In its place, at least temporarily, will be a chaos of lunatic enthusiasms and dead-end political movements, with calls for invasions of Babylon and, on the other side, congressional investigations into nonexistent conspiracies . . .
When a people can no longer agree even on the basic objective facts of their political existence, the equation changes. Real decisions, even in the approximate direction of righteousness, eventually become impossible.
The Great Derangement is about a stage of our history where politics has seemingly stopped being about ideology, and has instead turned into a problem of information.
Are the right messages reaching our collective brain? Are the halves of that brain even connected? Do we know who we are anymore? Are we sane? It’s a hell of a problem for a nuclear power.
From Chapter One:
Out There, in states both blue and red, the People were boarding the mothership, preparing to leave this planet for good.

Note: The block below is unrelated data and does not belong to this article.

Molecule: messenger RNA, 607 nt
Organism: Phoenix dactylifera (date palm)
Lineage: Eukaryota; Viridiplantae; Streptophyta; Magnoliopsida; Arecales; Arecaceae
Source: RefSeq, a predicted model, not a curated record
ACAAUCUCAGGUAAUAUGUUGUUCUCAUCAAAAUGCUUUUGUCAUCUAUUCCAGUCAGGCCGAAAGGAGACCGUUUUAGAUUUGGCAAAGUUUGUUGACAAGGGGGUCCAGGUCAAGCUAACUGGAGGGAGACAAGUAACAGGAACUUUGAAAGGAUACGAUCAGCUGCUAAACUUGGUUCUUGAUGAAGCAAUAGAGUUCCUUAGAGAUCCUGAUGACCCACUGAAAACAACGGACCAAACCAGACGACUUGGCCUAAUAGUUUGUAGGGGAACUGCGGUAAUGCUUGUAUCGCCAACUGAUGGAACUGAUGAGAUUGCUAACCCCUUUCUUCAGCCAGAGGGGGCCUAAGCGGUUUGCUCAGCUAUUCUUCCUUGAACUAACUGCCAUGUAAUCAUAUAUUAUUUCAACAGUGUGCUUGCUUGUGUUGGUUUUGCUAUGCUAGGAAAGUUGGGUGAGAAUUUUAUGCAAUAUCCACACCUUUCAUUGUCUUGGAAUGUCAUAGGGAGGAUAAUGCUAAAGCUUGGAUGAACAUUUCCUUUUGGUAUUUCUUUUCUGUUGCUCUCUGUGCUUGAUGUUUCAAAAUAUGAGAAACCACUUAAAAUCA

The media had long ignored the implications of polls that showed that half the country believed in angels and the inerrancy of the Bible, or of the fact that the Left Behind series of books had sold in the tens of millions.
But on the ground the political consequences of magical thinking were becoming clearer.
The religious right increasingly saw satanic influences and signs of the upcoming apocalypse. Meanwhile, on the left, a different sort of fantasy was gaining traction, as an increasing number—up to a third of the country according to some polls—saw the “Bush crime family” in league with Al-Qaeda, masterminding 9/11.
Media outlets largely ignored poll results that they felt could not possibly be true. For instance, there was a CBS News survey that showed that only 16 percent believed that the Bush administration was telling the truth about 9/11, with 53 percent believing the government was “hiding something,” and another 28 percent believing that it was “mostly lying.”
Then there was a stunning Zogby poll taken just in advance of the 2004 Republican convention that showed that nearly half of New York City residents—49.3 percent—believed that the government knew in advance that the 9/11 attacks were coming and purposely failed to act.